Custodians, Security Officers Rally To Demand Pay Increases As Contracts Near Expiration
Aknazar ‘Adam’ Kazhymurat ’23 Remembered as ‘Brilliant,’ ‘Kind,’ and ‘Curious’
Lee Set to Leave Top Post on the Harvard Corporation in June
College Developing Proposal for Double Concentrations Without Combined Thesis
City of Cambridge Names Derrick Neal as Chief Public Health Officer
Listening to indie folk artist Faye Webster take over the Grubhub stage at Gov Ball with her ethereal blues and folk-tinged croonings was a lovely start to the day. Her band, complete with a pedal steel player joined her to add a spacey, sonically rich soundscape for Webster’s light, breezy vocals. Her invitingly candid and self-aware brand of songwriting made for an extremely intimate show, a mood only heightened by the fact virtually everybody in the crowd she attracted appeared to be a dedicated fan. Her most popular songs like the painfully honest “Right Side of My Neck” and “In a Good Way” were met with cheers from an audience that hung onto every word. “I love you!” one fan shouted, to which Webster cheekily responded, “I love you too, as a collective.” The addition of spoken word tracks like the mesmerizing 2019 track “Jonny” as well as a fun rendition of an “Animal Crossing” theme made the performance one to remember.
Next up on the same stage was electro-pop singer-songwriter Caroline Polachek, who appeared in an all-black, witchy outfit that perfectly matched her aesthetic and the dark, mystical imagery playing on the screen behind her. Known originally as a co-founder and lead singer of the synth-pop band Chairlift, Polachek kept her vocals front and center throughout her performance, playing around with the interesting riffs and whistle notes that define many of her songs. Almost equally as memorable were her choreographed dance moves, executed to match the meaning of her songs’ lyrics and to the timing of the sharp snare hits that propelled them. Popular tracks like the cerebral “Door” and the perfectly candid “Caroline, Shut Up” complemented by the addition of some yet-unreleased tracks (songs that “come from the future,” as she called them) from her upcoming album, grounded her powerful performance in audience favorites while raising excitement for what was to come. The irresistibly poppy and strikingly honest “So Hot You’re Hurting My Feelings” — delivered with captivating choreography — was a sure highlight.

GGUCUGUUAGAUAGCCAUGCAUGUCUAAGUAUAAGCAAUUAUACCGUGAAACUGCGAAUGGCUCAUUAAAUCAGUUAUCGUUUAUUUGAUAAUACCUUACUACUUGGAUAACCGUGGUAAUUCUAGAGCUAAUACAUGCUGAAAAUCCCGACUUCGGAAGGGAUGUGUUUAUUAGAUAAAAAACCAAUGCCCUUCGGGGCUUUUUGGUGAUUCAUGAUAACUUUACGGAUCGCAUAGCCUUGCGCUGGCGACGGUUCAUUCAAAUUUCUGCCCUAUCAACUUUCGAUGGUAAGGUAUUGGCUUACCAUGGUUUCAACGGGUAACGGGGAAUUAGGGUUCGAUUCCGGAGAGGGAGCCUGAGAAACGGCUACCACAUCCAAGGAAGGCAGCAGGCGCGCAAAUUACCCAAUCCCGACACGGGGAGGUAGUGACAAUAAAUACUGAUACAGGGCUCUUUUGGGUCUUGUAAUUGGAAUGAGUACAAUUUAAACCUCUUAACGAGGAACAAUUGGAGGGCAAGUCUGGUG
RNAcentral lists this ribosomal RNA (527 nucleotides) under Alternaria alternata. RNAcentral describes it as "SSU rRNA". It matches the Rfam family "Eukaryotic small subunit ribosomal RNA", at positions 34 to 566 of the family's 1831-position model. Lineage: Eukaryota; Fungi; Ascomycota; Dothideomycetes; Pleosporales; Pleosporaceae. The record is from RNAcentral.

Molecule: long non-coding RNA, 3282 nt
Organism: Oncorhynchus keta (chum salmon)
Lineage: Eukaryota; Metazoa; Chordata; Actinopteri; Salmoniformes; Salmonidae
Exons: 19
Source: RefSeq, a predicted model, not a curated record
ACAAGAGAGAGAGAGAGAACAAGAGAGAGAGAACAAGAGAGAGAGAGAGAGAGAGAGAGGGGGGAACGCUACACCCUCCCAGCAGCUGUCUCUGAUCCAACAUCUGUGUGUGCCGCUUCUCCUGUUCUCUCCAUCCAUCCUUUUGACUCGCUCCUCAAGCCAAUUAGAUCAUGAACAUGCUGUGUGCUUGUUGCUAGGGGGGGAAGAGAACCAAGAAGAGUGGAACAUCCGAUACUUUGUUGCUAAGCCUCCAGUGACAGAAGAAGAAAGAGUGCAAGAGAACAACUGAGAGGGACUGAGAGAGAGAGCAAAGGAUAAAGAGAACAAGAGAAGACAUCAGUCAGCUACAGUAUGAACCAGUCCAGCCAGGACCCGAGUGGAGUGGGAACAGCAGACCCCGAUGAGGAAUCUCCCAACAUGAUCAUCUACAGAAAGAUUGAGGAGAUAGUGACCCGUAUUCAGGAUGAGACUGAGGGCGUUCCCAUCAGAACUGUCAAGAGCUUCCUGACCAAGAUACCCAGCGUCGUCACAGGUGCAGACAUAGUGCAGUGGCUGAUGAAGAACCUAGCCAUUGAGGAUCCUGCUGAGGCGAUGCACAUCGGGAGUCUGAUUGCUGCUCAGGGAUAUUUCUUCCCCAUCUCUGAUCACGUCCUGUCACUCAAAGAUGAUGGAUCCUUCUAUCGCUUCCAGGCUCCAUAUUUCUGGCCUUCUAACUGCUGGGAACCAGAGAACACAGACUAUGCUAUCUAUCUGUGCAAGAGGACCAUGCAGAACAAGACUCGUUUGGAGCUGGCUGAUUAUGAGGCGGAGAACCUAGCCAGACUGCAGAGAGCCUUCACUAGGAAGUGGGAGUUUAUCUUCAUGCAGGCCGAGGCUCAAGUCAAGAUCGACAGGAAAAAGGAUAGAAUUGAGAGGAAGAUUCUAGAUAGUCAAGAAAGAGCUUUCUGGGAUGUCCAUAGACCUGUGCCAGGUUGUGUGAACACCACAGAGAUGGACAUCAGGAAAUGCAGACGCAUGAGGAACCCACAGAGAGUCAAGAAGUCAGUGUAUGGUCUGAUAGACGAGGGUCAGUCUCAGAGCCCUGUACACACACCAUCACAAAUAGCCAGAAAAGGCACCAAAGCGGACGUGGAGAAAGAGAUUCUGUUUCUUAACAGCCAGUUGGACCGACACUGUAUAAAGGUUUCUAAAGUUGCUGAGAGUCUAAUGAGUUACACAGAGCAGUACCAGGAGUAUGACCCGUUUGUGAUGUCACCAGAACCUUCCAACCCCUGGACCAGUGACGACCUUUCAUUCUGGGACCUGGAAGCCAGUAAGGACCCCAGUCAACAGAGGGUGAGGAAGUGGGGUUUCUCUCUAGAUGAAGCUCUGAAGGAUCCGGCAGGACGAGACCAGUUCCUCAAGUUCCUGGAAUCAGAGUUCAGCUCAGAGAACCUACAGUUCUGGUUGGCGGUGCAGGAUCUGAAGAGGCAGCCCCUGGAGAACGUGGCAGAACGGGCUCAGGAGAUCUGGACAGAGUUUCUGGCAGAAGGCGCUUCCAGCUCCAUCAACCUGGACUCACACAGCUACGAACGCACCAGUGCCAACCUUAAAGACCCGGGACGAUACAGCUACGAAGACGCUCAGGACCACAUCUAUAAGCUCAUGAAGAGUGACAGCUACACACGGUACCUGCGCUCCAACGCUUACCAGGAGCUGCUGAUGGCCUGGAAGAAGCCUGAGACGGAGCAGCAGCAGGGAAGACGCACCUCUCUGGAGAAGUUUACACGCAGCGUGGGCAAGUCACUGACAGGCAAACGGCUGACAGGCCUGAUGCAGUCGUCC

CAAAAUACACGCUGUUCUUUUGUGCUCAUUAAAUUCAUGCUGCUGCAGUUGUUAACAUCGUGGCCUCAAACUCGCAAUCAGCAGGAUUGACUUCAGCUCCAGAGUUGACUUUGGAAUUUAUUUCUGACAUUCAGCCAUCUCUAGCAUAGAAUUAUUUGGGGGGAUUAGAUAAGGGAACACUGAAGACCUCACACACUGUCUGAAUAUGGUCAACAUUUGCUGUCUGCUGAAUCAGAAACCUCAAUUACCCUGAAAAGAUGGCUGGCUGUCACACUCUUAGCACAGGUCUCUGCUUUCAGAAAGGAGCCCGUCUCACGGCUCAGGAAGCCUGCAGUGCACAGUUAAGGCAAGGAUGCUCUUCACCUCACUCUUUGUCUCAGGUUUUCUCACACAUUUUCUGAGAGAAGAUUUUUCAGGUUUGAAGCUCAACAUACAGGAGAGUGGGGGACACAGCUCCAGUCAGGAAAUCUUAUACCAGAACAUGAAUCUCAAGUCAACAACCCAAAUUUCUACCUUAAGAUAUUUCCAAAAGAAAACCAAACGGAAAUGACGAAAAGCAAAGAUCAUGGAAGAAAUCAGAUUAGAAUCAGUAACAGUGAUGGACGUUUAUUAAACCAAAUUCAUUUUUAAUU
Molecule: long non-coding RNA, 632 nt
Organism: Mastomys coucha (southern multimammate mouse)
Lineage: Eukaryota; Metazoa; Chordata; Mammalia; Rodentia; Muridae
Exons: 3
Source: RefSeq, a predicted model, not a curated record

Dominic Fike’s time shredding and singing on the BACARDÍ stage was powerful from start to finish. Among the most fun performances of the day, Fike’s set took his audience through all the bangers. From “Why,” the infectiously danceable song from his 2020 album “What Could Possibly Go Wrong,” to the megahit “3 Nights,” a song he admitted he has to play “every time because it made [him] famous” but that has kept its charm since its release way back in 2018, Fike kept the party going nonstop. “Together we are Dominic Fike,” the Florida native said when introducing his band, who proceeded to spend the rest of the show captivating the crowd with killer guitar solos and fiery drumming. His interactions with the audience were especially entertaining (and a welcome invitation to break from the mosh pits that dominated the set). “I tend to throw my voice out in this act here,” he said before going into “Westcoast Collective” and “Vampire,” two already energetic songs that he elevated even further with his impressive guitar skills and stage presence.
As soon as Burna Boy took the stage and the Afrobeat rhythm filled the stadium, an infectiously positive vibe radiated from the main stage. With the silhouette of a woman swaying side to side on the display behind him, Burna was feeling himself and showing off his sexy dance moves on stage, which quickly got the crowd swaying and grinding and head-bobbing along with him. His set included protest songs like “20 10 20,” which had everyone's fists raised high and united the crowd for a powerful tribute to the Lekki shooting of the same date. His DJ also got many cheers from the lively crowd after transitioning the performance into something more upbeat with the addition of Pop Smoke’s verse in the song “Enjoy Yourself.” This set created just the right energy to bridge the huge genre gap between prior act Princess Nokia and upcoming act 21 Savage.
—Staff writer Sofia Andrade can be reached at firstname.lastname@example.org. Follow her on Twitter at @bySofiaAndrade. Staff writer Alisa Regassa can be reached at email@example.com. Follow her on Twitter at @alisaregassa.
Want to keep up with breaking news? Subscribe to our email newsletter.